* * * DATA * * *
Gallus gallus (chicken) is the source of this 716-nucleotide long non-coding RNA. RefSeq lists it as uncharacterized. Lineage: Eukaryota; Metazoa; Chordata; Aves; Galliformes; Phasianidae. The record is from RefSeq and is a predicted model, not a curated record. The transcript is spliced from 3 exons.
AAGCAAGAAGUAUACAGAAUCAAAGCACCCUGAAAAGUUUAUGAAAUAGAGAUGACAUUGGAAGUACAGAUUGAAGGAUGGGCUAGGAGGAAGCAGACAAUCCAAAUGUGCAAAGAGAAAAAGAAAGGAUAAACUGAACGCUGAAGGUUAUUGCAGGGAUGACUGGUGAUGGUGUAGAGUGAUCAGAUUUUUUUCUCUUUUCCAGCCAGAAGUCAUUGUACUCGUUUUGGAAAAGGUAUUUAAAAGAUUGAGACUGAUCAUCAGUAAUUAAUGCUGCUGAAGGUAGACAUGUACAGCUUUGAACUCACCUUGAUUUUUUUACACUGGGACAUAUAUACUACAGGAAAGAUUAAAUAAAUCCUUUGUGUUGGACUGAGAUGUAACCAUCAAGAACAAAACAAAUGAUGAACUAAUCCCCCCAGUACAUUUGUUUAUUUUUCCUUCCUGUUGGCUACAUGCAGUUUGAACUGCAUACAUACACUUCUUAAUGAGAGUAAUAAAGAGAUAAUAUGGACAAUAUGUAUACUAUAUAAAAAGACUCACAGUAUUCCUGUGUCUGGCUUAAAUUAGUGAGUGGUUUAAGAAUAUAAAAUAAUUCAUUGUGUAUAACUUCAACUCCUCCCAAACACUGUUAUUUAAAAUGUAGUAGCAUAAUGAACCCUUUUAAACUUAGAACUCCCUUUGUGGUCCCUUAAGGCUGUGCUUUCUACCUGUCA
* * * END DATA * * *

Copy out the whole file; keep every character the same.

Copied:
Gallus gallus (chicken) is the source of this 716-nucleotide long non-coding RNA. RefSeq lists it as uncharacterized. Lineage: Eukaryota; Metazoa; Chordata; Aves; Galliformes; Phasianidae. The record is from RefSeq and is a predicted model, not a curated record. The transcript is spliced from 3 exons.
AAGCAAGAAGUAUACAGAAUCAAAGCACCCUGAAAAGUUUAUGAAAUAGAGAUGACAUUGGAAGUACAGAUUGAAGGAUGGGCUAGGAGGAAGCAGACAAUCCAAAUGUGCAAAGAGAAAAAGAAAGGAUAAACUGAACGCUGAAGGUUAUUGCAGGGAUGACUGGUGAUGGUGUAGAGUGAUCAGAUUUUUUUCUCUUUUCCAGCCAGAAGUCAUUGUACUCGUUUUGGAAAAGGUAUUUAAAAGAUUGAGACUGAUCAUCAGUAAUUAAUGCUGCUGAAGGUAGACAUGUACAGCUUUGAACUCACCUUGAUUUUUUUACACUGGGACAUAUAUACUACAGGAAAGAUUAAAUAAAUCCUUUGUGUUGGACUGAGAUGUAACCAUCAAGAACAAAACAAAUGAUGAACUAAUCCCCCCAGUACAUUUGUUUAUUUUUCCUUCCUGUUGGCUACAUGCAGUUUGAACUGCAUACAUACACUUCUUAAUGAGAGUAAUAAAGAGAUAAUAUGGACAAUAUGUAUACUAUAUAAAAAGACUCACAGUAUUCCUGUGUCUGGCUUAAAUUAGUGAGUGGUUUAAGAAUAUAAAAUAAUUCAUUGUGUAUAACUUCAACUCCUCCCAAACACUGUUAUUUAAAAUGUAGUAGCAUAAUGAACCCUUUUAAACUUAGAACUCCCUUUGUGGUCCCUUAAGGCUGUGCUUUCUACCUGUCA